Fear of dentistry bill keeps young people out of the chair

A new study shows that a fifth of young people rarely visit the dentist, but it’s not because they fear the drill

Nearly 20 percent of young Danes are so frightened by the cost of having their teeth fixed that they visit the dentist less than once every other year or not at all.

The dentistry habits of young people was revealed in a study by CEM Institute/Voxmeter that showed that the high cost of dentistry was the main reason why young people don’t get their teeth checked.

But according to Freddie Sloth-Lisbjerg, the chairman of the national dentists' association, not going to the dentist can actually be an expensive decision.

“Two-thirds of young people have cavities in various stages of development,” Sloth-Lisbjerg told metroxpress newspaper. “These can be sealed and young people can also be taught that there are a lot of things that they can do so that the early-stage cavities do not develop into problems that require drilling. Both are far cheaper in the long run for the individual and for society.”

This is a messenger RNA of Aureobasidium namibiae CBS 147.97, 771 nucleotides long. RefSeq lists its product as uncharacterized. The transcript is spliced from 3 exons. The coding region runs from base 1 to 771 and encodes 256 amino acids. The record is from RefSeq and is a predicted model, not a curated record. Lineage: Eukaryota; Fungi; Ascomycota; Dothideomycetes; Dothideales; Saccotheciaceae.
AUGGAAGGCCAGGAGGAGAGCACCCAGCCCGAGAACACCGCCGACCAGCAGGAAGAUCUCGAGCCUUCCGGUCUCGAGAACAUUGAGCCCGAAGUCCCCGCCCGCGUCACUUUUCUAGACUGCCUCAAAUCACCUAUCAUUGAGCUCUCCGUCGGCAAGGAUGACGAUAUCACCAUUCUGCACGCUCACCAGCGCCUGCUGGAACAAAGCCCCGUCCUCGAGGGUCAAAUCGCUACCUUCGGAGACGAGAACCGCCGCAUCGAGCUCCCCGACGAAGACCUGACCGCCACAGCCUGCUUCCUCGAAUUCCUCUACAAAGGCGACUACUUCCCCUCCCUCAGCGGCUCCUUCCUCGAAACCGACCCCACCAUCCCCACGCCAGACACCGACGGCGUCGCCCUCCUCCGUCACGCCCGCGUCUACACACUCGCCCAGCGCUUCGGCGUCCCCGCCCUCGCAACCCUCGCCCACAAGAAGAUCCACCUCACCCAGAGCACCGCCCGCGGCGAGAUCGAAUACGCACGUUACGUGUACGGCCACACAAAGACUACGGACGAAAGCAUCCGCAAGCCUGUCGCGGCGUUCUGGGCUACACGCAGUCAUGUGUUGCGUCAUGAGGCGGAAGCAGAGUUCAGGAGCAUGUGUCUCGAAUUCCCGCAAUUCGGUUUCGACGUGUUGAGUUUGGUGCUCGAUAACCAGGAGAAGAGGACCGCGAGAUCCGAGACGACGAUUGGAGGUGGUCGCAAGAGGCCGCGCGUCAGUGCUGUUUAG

Sloth-Lisbjerg was surprised, however, that a fear of dentists was not a major reason that young people aged 18-25 chose to stay away.

“I think it is because of the work that was done with children’s dentistry that had that effect. It’s incredibly good for the future of healthy teeth that there is a whole generation who are no longer afraid [to go to the dentist].”

Dentistry is free in Denmark until age 18, after which point residents have to pay for themselves.